There are many reasons why people lie – tell an intentional untruth – during domestic cases. When the stakes are high, such as when someone is faced with losing custody of their child or a spouse whom they still love, it is not surprising that they may embellish or outright lie to try to bolster their case, conceal evidence that may be damaging to their case, or make false allegations to try to hurt or adversely affect the opposing party’s case. It is, however, important to remember that not all untrue statements or misstatements are intentional lies. It may be that a party or witness has a different recollection of events that transpired, or their perception or interpretation is different.
Judges are adept at being able to tell when a party or witness is intentionally lying, and they have broad discretion in dealing with those who lie during the family law litigation process. A large part of a judge’s response has to do with the nature and extent of the lie, such as whether it was intentional and punitive. The most common consequence is that the judge will issue a decision that is adverse or less favorable to the lying party. The bottom line is that if you are caught in a lie, you will lose credibility and that will compromise the integrity of your entire case.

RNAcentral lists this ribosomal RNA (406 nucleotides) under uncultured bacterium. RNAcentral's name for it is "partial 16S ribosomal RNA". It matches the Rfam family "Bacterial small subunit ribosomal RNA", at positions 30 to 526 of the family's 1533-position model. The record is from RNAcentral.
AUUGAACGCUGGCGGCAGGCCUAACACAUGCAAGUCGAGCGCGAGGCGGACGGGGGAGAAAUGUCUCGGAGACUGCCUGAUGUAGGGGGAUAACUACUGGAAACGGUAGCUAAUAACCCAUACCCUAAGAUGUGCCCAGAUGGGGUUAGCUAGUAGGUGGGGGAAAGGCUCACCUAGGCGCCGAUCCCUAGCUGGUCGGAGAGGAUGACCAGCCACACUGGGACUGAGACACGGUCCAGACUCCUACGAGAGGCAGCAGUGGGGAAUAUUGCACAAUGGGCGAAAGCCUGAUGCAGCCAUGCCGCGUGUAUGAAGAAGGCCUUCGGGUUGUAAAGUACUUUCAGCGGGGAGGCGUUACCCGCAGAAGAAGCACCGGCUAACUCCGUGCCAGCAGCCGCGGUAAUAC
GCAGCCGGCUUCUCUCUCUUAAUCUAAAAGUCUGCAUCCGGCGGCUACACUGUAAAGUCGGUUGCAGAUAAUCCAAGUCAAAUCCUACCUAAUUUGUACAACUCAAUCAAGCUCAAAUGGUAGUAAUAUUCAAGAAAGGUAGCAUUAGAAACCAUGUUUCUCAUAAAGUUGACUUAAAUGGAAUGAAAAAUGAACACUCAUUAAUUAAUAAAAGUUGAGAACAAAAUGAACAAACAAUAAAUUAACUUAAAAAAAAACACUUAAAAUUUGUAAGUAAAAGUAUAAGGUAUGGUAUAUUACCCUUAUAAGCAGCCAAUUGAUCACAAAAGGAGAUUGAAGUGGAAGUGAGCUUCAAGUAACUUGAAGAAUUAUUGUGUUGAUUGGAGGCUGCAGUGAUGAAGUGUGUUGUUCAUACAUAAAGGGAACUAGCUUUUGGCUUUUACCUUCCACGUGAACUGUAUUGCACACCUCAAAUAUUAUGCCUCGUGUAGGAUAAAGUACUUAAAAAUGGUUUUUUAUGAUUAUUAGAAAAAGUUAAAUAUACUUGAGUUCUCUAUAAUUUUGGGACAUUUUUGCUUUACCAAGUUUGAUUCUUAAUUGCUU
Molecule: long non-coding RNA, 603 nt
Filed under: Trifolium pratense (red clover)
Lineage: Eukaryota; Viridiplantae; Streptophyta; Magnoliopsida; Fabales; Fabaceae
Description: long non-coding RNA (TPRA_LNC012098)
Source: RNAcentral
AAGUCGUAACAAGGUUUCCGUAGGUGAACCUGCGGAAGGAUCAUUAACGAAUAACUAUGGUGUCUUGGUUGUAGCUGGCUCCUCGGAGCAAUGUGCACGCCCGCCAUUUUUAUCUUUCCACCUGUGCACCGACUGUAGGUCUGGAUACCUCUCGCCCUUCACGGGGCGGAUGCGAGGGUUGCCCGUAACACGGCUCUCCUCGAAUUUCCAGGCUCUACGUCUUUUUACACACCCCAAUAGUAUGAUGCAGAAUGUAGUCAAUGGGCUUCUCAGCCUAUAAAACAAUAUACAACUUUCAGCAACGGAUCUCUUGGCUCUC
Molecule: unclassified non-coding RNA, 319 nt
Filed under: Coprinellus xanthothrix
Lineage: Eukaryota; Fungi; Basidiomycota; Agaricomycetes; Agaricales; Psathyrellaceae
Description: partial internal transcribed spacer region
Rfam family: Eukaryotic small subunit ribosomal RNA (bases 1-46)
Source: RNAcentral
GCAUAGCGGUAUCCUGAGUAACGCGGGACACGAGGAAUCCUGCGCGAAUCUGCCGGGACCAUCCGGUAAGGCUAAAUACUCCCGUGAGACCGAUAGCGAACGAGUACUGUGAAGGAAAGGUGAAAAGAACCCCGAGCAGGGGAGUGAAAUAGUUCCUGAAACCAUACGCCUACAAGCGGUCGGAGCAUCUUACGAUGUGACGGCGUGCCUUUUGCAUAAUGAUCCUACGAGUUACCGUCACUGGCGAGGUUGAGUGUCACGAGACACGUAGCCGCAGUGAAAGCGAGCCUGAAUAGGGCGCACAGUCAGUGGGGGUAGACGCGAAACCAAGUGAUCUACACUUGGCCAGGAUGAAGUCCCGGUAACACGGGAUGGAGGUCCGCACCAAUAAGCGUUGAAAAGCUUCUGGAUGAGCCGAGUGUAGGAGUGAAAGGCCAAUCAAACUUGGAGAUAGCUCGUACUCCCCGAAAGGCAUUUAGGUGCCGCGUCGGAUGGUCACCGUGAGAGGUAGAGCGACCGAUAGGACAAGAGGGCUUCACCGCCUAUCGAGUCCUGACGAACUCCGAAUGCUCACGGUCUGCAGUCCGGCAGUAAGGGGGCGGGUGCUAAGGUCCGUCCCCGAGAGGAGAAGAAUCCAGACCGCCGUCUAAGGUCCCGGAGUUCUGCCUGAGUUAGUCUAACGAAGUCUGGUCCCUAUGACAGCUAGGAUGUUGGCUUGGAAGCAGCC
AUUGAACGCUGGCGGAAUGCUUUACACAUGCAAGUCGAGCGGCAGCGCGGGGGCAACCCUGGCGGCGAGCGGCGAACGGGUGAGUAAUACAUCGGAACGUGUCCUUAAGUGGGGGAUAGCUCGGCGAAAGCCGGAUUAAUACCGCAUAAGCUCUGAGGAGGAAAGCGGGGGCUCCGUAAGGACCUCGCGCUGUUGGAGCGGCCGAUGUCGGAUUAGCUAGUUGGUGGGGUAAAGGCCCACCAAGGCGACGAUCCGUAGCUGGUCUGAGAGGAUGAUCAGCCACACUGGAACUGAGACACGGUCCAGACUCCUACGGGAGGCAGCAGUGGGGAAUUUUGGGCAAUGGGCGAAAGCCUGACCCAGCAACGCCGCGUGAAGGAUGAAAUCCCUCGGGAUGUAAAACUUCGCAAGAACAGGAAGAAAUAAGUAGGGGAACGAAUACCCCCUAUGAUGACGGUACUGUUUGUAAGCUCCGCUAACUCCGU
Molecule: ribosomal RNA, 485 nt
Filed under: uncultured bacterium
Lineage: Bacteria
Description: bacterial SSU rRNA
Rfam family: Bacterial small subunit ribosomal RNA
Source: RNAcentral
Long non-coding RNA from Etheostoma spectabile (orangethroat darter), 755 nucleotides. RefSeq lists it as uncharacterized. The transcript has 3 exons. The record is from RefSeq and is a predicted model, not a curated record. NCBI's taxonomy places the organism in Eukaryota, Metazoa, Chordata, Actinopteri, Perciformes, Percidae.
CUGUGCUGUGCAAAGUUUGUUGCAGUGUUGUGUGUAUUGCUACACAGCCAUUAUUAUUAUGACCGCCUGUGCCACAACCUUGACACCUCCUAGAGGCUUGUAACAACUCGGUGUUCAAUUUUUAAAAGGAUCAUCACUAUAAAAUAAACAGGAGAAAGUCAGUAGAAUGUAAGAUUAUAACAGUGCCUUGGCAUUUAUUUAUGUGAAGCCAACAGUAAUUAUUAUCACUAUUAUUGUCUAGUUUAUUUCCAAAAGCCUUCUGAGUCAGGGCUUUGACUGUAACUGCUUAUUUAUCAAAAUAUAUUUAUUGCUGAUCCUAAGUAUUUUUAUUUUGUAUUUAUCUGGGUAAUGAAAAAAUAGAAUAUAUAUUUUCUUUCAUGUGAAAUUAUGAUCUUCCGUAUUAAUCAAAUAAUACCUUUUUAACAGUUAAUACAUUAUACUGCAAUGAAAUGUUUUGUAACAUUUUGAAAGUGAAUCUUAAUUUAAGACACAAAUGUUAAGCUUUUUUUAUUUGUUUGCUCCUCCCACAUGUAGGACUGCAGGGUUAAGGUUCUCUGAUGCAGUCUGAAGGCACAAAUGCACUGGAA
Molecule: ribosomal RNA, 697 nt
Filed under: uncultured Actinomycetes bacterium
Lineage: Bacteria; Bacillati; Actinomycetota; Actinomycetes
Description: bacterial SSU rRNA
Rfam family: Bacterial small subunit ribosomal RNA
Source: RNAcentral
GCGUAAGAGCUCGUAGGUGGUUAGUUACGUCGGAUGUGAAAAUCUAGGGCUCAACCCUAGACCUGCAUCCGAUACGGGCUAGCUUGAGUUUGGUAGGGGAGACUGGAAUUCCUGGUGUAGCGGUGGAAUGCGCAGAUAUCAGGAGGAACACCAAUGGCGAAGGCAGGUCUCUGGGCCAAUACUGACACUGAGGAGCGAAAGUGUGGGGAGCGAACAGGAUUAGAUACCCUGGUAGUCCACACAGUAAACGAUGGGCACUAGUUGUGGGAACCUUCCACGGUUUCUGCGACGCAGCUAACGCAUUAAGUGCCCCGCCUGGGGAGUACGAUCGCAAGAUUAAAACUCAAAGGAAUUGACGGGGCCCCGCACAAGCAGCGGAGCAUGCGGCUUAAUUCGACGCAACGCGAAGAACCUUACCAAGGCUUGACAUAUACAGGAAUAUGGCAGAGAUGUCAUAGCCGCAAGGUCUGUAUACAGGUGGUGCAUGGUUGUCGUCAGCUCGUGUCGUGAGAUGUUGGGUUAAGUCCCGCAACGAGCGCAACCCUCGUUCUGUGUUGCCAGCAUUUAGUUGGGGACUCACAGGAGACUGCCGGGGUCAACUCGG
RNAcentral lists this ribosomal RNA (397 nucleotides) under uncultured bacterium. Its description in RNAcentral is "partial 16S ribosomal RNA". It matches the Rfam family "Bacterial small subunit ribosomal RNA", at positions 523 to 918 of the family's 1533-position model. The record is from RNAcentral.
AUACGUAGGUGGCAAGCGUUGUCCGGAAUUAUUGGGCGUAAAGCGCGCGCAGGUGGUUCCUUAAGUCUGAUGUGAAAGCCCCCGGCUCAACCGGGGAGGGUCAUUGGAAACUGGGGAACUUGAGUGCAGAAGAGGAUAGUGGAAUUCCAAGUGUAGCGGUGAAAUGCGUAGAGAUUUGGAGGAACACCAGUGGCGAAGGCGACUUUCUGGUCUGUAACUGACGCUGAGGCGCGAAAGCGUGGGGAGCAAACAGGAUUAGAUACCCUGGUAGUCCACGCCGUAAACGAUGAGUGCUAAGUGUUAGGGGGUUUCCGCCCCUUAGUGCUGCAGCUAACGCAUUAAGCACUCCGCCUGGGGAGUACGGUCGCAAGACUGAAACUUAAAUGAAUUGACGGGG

Judges have other remedies available to punish people who intentionally lie under oath or engage in other types of deceptive behavior during litigation. A judge may issue sanctions in the form of monetary fines or enter a dismissal of your legal claims and defenses. Although used to a lesser extent, typically only in very serious circumstances, a judge may have you charged with the criminal offense of perjury if you are caught intentionally lying under oath.
Being honest with your attorney will allow your attorney to give you the best legal advice and representation based on your circumstances. It will also help to ensure that there are no surprises in court. It is important to remember that attorney ethical requirements prohibit your attorney from lying for you or knowingly allowing you to lie under oath. If there is a possibility that telling the truth under oath may subject you to criminal responsibility, your attorney may advise you to take the Fifth Amendment.
This article is for information purposes only and is not to be considered or substituted as legal advice. The information in this article is based on North Carolina state laws in effect at the time of posting.